Peter Orszag has a suggestion for the supercommittee on tax reform: “Change the tax breaks that are meant to encourage people to do good things -- such as save for retirement, buy real estate, get health insurance or give to charity -- into flat-rate credits that aren’t affected by the taxpayer’s income.” (Bloomberg)

With Romney slipping in the polls, AEI’s Marc Thiessen wonders whether he has any any option but to commence the attack on Rick Perry. (Washington Post)

ThinkProgress wants to know if the best way Allen West could commemorate the 10th anniversary of the 9/11 attacks is by screening Sacrificed Survivors, “a wildly misleading documentary about the efforts to build the Park51 community center produced by the Christian Action Network.” (ThinkProgress)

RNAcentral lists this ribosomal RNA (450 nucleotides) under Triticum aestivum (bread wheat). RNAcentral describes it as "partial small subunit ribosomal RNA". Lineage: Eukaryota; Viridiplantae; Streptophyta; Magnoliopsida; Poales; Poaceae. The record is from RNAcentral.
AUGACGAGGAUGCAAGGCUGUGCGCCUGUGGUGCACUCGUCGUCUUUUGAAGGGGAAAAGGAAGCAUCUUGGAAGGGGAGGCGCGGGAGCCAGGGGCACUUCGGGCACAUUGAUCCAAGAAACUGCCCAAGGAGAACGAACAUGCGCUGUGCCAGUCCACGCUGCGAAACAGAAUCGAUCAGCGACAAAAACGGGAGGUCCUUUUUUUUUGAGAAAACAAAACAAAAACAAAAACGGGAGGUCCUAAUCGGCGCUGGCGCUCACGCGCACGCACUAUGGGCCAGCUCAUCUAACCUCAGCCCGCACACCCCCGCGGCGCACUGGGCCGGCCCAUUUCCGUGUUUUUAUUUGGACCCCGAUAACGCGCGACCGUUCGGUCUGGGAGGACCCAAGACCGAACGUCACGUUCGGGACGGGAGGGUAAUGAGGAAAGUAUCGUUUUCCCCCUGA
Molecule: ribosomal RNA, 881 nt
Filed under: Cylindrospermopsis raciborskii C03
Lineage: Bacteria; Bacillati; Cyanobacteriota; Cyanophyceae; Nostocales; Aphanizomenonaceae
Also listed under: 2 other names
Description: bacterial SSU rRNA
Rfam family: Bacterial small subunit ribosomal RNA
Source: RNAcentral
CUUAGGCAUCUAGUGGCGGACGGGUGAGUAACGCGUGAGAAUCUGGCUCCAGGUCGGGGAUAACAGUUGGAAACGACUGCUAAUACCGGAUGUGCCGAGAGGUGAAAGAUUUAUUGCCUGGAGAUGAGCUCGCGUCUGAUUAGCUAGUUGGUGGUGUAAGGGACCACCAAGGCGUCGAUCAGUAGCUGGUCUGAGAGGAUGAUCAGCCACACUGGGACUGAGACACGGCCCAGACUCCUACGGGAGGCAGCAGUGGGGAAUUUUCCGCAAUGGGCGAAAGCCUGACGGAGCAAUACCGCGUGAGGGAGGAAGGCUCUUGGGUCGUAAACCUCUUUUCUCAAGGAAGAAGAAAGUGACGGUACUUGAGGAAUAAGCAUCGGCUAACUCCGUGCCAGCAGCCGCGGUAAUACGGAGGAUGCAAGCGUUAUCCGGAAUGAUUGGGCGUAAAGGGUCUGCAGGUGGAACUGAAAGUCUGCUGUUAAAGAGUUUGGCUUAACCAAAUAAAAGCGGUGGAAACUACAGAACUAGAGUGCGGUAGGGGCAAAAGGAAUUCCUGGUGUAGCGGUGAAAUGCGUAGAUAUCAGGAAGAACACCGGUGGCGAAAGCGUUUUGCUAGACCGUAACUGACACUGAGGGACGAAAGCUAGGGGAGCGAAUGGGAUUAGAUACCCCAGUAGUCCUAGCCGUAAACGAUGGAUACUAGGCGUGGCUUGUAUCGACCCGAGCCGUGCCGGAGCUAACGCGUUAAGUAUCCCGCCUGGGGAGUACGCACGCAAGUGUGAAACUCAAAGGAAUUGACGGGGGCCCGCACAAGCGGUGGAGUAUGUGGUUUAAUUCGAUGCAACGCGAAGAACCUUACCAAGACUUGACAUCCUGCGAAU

Think tankers weigh in at the New York Times “Room for Debate” centered around the question: Can the middle class be rebuilt? (New York Times)

Cato’s Daniel J. Mitchell says he has four charts showing Obama is no friend of the American worker, even if he is a friend of big labor. (Cato)

Heritage’s Peter Brookes says we really don’t have al-Qaeda “on the ropes,” because the terrorist organization is increasingly decentralized and “dangerous as ever.” (New York Post)

And Hoover’s Amy Zegart says it’s premature to talks about the defeat of terrorism. (LA Times)

Cato’s Michael Tanner says Paul Krugman should be elated over the demand our latest natural disasters have created. (National Review)

Collective memory after 9/11 may be a little weak, according to Hoover’s Victor Davis Hanson. He suggests there are important aftershocks that still remain undiscussed. (National Review)